Yemeni Agate: Mining to Cutting

Yemeni Agate: Mining to Cutting

Ancient method for polishing Yemeni agate

Baking stage

This “ashing” or “warming” process is to make the dark and light colors of Yemeni agate more distinct. It is said that after this, the stones are engraved with basic tools and the name of the extraction site mountain is engraved on the agate shelf and then cooled with water. Al-Hamdani writes in his book entitled “Ancient Jewels” that:Raw Yemeni agates are placed in urn-like containers for a few days and then sealed with plaster and buried in hot ash or charcoal for 2 weeks to 1 month. At this stage, the agates are about 2 inches thick under the ashes and the charcoal is very finely cut and red.

“At first the agates appear dark, and their red and yellow colors appear after the cooking process.”

Yemeni Agate: Mining to Cutting

Interestingly, agate miners polish the rough edges and rub them against granite at the end of the process for a better look, even though the scratches are quite visible. Old Yemeni agate lathes who gave polished with a wheelbarrow are well acquainted with this type of rough.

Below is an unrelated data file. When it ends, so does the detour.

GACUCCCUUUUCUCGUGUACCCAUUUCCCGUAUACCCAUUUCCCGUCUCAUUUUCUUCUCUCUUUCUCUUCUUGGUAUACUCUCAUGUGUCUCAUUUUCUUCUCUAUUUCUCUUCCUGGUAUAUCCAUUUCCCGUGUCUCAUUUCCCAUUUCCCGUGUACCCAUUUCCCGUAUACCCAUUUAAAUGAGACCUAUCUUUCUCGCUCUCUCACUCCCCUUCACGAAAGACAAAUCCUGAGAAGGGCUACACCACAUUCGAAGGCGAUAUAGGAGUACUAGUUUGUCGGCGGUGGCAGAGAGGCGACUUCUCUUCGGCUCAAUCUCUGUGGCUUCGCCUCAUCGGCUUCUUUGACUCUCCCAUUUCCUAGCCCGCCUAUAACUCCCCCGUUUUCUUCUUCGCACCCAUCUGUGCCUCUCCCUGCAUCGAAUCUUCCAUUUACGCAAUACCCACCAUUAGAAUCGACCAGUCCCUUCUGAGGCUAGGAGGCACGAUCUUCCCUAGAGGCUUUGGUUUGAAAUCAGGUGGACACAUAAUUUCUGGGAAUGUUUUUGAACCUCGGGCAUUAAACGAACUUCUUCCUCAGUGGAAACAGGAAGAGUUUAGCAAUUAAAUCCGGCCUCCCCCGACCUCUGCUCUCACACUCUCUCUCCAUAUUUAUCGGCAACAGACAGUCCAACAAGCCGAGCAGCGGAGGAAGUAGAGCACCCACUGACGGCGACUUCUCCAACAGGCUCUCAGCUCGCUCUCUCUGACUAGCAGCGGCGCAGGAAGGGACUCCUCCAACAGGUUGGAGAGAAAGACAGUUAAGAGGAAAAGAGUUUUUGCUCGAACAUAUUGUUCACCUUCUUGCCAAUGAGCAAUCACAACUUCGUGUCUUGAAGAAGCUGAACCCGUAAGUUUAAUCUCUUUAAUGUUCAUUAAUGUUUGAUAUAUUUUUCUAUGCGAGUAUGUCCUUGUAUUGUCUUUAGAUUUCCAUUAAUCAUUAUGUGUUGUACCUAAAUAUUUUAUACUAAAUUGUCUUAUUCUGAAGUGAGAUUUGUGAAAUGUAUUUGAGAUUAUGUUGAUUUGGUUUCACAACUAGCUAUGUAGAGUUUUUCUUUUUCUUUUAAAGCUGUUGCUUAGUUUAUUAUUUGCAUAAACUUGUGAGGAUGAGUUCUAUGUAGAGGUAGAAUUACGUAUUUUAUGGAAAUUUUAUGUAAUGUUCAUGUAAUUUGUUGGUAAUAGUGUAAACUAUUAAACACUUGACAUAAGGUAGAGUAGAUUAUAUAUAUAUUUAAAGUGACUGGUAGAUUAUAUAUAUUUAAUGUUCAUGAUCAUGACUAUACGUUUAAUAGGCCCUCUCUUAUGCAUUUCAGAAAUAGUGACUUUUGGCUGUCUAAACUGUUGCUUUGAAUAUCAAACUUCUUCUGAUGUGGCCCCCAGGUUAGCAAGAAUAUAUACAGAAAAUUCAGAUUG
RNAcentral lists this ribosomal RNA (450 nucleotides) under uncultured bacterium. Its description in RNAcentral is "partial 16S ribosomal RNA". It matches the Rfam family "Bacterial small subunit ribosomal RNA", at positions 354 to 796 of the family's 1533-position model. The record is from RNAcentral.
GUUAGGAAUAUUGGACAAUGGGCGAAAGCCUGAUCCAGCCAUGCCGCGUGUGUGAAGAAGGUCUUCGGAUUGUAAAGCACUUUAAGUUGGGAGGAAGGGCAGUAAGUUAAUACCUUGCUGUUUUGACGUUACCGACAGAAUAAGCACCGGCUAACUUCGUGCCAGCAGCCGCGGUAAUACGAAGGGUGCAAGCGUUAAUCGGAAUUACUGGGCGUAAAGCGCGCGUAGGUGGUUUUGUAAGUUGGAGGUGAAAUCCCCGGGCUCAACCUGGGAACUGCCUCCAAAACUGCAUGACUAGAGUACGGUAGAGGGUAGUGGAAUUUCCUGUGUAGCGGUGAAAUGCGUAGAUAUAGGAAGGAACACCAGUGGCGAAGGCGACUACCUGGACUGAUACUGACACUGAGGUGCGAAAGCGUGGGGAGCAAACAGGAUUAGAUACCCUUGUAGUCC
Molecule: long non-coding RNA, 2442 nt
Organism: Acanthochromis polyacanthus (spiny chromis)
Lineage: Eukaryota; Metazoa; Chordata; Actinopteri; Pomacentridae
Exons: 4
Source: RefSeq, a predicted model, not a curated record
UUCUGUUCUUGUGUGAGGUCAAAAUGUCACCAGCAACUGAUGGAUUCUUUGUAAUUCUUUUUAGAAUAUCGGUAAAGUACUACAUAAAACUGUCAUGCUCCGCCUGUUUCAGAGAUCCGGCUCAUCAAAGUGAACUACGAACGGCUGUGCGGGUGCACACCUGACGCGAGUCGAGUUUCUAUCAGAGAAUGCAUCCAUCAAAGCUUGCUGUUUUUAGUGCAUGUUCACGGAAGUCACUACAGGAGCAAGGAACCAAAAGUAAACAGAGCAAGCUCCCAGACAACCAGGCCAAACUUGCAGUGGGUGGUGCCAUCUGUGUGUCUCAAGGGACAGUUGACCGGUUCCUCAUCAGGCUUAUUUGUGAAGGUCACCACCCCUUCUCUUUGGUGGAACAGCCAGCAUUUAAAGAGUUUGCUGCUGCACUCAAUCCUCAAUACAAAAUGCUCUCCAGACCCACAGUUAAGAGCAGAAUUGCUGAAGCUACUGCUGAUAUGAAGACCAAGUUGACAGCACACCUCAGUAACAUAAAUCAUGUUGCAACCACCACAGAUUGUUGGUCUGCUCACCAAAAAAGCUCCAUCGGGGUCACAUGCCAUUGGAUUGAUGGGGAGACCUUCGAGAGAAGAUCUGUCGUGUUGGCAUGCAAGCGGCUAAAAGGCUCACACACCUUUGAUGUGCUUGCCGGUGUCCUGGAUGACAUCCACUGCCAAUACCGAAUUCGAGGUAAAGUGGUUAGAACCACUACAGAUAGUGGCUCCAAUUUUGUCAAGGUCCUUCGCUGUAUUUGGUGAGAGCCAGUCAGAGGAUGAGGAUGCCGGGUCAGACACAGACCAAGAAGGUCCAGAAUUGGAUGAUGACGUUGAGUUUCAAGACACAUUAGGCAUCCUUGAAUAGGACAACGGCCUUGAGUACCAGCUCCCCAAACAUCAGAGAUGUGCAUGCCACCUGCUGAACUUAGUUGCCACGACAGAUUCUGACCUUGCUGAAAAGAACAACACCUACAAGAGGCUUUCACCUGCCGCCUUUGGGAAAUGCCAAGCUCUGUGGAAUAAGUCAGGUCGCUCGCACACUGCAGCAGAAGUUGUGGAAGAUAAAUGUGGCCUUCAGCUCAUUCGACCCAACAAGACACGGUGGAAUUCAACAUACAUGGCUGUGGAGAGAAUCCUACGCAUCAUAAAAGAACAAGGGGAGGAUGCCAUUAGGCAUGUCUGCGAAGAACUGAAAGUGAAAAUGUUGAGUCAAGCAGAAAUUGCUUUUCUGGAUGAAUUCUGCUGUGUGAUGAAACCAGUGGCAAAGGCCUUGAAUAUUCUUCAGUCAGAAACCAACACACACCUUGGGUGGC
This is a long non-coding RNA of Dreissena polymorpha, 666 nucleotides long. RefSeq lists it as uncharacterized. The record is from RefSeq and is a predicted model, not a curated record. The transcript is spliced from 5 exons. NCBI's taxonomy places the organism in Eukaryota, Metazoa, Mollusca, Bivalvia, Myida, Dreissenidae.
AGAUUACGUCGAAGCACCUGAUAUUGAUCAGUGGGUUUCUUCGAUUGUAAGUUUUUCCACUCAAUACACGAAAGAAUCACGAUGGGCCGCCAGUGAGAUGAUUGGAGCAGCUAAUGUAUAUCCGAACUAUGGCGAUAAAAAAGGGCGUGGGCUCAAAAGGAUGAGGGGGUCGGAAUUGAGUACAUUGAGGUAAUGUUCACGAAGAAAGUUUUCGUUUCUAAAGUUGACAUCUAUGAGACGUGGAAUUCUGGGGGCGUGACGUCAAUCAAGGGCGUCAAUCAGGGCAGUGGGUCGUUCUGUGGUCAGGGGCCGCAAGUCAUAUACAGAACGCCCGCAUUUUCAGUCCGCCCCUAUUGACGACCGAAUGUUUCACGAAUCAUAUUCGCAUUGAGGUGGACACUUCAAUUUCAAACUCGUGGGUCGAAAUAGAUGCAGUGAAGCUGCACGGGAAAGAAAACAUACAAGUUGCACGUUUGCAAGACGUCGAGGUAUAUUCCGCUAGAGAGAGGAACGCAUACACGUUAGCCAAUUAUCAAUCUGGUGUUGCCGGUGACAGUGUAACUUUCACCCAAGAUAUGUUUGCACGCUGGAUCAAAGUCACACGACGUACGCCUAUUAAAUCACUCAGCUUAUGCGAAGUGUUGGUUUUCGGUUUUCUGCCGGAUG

Shaping and polishing stage

At this stage, the rough stone is given its initial shape and is cleaned and refined. Polishing stones are used for this purpose and in the local market it is known as “al-majrabah” which is an ordinary rough stone (for initial polishing it’s often a stone from the same mountain or with granite) and “Al-Tabshura” which is a soft stone (the soft and final stage of polishing).

The polishing stone material is attached to a short stick with Arabic gum so that the lathe can easily polish it on the stones (grinding operation). Yemeni agate experts confirm that this traditional method yields a higher quality than modern methods that use machines.

Modern method for polishing Yemeni agate

It starts with placing the raw Agate in a ceramic or metal container called an “alberma” and isolating the container with clay paste. Then the dish is placed in the oven at low temperature. The stone’s debris is discarded to give it its initial shape, which is done using a small hammer and the stones are usually shaped according to market demand. Unwanted pieces are discarded to get the master’s desired shape. The stones are then polished and refined in the same way as in other places.

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